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Activist investor and Third Point founder Dan Loeb thinks 2016 is shaping up to be a “‘Wall Street’ recession.”
In a letter to investors, he said that stock market declines “actually fail to capture the true carnage revealed when you take a closer look at the breadth of S&P companies experiencing massive losses.”
In Fed land, Neel Kashkari, the newly appointed president of the Minneapolis Federal Reserve, has called for the break-up of the biggest banks in the US.
In Wall Street basketball news, hedge fund billionaire Marc Lasry drained a killer shot at the NBA All-Star Celebrity Game, and the banker who advised on the sale of the Golden State Warriors wants a little more credit for not selling the franchise to Oracle cofounder Larry Ellison.
Lastly, Bernie Madoff is not happy about the recently-aired ‘Madoff’ miniseries.
Here are the top Wall Street headlines at midday:
3 research heads have left UBS – Three equity research heads have left UBS in Europe, according to people familiar with the matter.
Bill Ackman just broke an unwritten rule of the business – On Thursday, the Financial Times published an op-ed written by hedge fund billionaire Bill Ackman. It was an endorsement of Michael Bloomberg for president, and it was the talk of the industry.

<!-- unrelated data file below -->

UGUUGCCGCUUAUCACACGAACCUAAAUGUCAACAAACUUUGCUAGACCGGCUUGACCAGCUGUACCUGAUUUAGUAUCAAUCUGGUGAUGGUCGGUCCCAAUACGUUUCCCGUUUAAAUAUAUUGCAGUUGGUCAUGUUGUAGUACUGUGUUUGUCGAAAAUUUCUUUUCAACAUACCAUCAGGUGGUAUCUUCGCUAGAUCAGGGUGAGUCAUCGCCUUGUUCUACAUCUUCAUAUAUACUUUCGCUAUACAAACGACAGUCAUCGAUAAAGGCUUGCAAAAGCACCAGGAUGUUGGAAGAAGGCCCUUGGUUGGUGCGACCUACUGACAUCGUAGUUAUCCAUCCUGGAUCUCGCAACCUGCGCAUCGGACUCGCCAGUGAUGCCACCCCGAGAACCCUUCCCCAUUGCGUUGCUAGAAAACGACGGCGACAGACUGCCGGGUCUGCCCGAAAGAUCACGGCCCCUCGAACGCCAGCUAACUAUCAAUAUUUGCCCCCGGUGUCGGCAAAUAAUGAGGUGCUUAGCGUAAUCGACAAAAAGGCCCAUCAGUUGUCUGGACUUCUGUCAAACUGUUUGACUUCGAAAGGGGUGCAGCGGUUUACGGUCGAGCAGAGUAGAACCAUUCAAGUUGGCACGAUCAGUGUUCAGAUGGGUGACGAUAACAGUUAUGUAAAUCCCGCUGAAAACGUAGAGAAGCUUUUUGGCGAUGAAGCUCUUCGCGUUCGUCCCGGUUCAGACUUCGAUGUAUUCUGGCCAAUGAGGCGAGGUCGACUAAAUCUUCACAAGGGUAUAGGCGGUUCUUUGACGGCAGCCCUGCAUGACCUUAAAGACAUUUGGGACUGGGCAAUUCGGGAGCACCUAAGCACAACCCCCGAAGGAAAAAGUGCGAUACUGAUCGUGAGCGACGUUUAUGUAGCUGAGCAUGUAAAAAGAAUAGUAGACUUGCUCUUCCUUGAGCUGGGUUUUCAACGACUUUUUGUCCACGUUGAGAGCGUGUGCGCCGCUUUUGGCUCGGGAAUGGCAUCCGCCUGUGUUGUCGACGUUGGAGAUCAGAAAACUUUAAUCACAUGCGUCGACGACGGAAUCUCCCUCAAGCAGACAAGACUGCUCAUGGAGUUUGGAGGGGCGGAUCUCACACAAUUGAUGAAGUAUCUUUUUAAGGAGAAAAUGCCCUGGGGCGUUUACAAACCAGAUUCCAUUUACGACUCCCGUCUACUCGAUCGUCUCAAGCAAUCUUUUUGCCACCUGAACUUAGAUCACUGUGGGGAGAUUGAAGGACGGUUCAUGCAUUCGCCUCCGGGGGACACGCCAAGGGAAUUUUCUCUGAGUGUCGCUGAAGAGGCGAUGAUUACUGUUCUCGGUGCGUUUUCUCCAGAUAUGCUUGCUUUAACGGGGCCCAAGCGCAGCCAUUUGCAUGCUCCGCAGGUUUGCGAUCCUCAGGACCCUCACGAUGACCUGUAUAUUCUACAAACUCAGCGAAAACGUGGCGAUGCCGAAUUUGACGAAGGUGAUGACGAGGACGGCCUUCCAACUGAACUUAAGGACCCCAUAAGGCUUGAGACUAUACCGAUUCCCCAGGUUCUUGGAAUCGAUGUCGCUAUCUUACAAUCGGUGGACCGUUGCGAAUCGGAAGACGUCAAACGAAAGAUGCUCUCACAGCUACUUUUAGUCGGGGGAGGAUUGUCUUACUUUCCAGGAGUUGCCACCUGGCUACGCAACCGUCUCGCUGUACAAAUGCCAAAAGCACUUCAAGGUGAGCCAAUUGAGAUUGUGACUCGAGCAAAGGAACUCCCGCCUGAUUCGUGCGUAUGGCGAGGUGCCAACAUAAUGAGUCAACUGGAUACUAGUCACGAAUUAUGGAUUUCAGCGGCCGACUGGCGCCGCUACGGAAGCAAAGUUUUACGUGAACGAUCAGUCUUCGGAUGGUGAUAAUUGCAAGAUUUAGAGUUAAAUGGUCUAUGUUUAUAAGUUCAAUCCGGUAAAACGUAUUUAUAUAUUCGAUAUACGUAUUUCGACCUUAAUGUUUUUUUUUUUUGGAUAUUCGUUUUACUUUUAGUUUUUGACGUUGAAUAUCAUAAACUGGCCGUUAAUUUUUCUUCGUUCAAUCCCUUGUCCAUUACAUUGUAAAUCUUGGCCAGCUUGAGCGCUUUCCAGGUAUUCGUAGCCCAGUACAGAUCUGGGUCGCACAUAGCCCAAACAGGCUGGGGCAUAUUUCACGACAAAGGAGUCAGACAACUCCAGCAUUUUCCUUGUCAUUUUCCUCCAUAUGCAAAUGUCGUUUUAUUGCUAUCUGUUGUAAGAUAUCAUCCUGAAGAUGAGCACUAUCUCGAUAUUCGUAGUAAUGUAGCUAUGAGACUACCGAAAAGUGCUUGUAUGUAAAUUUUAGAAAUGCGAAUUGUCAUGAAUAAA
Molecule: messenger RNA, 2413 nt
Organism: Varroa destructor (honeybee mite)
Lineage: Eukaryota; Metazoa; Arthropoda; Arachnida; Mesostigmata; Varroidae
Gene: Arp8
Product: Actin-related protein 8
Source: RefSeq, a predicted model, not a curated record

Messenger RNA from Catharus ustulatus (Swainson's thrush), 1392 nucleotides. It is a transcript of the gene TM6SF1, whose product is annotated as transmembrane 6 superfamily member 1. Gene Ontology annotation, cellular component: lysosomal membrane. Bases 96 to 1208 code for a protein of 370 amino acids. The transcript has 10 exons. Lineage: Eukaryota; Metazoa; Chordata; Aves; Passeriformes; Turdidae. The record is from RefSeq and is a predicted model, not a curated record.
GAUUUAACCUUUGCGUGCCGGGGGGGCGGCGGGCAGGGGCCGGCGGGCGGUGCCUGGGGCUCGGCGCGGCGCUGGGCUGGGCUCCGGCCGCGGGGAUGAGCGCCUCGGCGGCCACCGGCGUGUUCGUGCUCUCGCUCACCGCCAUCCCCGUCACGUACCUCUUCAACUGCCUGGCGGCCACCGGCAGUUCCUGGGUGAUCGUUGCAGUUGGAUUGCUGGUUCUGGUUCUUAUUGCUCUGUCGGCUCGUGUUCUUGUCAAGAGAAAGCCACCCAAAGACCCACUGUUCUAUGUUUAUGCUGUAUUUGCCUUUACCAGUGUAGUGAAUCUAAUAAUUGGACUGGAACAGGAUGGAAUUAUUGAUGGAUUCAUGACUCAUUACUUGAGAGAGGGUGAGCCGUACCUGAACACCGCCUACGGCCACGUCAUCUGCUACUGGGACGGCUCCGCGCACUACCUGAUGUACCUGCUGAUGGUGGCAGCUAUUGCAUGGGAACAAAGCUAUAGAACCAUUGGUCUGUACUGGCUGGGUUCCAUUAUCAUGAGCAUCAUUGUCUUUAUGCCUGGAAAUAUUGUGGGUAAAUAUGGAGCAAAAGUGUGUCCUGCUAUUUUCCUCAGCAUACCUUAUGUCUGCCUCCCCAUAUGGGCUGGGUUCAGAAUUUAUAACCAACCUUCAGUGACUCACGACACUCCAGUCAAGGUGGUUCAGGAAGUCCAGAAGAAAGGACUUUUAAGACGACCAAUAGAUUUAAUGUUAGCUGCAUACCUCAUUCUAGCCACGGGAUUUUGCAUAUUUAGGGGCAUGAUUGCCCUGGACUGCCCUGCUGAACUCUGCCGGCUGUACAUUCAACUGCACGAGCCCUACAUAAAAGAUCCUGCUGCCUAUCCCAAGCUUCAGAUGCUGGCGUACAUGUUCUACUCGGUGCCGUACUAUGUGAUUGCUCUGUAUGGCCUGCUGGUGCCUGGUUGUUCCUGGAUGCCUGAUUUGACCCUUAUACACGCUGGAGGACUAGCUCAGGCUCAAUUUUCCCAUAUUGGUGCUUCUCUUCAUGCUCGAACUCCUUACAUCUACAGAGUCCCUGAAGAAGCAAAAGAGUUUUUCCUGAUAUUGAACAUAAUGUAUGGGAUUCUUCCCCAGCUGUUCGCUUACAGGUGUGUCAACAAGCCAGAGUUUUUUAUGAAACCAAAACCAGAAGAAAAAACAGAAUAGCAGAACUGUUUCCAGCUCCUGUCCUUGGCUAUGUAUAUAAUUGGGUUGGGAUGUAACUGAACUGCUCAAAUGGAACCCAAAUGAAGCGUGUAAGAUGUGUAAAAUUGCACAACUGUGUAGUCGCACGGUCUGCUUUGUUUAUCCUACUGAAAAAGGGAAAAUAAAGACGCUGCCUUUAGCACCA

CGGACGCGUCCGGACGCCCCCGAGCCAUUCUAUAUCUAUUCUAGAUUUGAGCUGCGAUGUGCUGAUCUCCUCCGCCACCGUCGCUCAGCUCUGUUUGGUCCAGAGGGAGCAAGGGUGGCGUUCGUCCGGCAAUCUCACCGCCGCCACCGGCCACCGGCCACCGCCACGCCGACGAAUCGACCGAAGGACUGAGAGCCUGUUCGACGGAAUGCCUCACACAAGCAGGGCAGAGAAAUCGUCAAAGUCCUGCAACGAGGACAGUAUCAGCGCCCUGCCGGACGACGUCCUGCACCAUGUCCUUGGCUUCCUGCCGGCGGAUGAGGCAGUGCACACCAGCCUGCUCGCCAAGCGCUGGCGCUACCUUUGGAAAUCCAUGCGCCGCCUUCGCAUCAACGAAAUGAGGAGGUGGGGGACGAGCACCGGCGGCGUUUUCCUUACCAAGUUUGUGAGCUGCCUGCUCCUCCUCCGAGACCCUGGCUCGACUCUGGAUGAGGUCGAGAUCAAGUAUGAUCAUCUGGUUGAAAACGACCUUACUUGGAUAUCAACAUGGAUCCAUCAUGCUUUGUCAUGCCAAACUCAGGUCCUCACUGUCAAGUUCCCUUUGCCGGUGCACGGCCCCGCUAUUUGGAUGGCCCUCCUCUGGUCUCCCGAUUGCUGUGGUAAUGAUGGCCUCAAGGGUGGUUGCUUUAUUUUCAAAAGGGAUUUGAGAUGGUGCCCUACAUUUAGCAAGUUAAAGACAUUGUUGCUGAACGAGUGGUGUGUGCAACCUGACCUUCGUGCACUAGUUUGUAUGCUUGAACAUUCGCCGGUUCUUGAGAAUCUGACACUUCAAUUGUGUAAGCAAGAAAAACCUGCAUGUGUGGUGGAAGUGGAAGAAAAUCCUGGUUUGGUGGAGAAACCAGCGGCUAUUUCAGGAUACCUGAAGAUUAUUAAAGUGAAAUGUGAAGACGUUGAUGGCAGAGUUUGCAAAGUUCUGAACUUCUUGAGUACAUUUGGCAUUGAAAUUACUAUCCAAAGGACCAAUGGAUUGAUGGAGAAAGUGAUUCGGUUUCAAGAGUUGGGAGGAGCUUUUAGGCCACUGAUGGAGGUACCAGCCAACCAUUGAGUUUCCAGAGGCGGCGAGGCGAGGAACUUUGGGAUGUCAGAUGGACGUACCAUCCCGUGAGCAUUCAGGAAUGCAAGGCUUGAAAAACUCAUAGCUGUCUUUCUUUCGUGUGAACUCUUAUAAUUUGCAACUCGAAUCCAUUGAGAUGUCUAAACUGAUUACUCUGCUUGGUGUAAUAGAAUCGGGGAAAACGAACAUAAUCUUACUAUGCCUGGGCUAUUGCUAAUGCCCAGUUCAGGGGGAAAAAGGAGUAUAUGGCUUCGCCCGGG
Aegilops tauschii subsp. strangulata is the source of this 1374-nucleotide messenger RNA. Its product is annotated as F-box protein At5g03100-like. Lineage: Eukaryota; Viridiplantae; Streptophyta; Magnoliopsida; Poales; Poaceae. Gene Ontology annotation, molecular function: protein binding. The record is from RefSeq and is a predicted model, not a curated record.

One clear winner has emerged in the hedge fund space in 2016 – There’s one hedge fund strategy that’s emerged as the big winner in 2016, and it’s driven by computers.
A new Chinese proverb is having a dramatic impact on the economy – What do the following things have in common: time travel paintings, a wake-up call from US President Barack Obama, owl vomit and a flame retardant suit of armour?
Bank of America CEO Brian Moynihan got a 23% raise – Bank of America CEO and Chairman Brian Moynihan received a $16 million compensation package for 2015.
Here is what happens next in Silicon Valley, according to Goldman Sachs President Gary Cohn – Giant tech companies are going to go after “unbelievable acquisition opportunities,” according to Goldman Sachs’ president, Gary Cohn.
HEDGE FUND: Investors are forgetting about Nintendo’s history – Joshua Kennedy of Sonian Capital Management discusse his long view on the struggling game giant.
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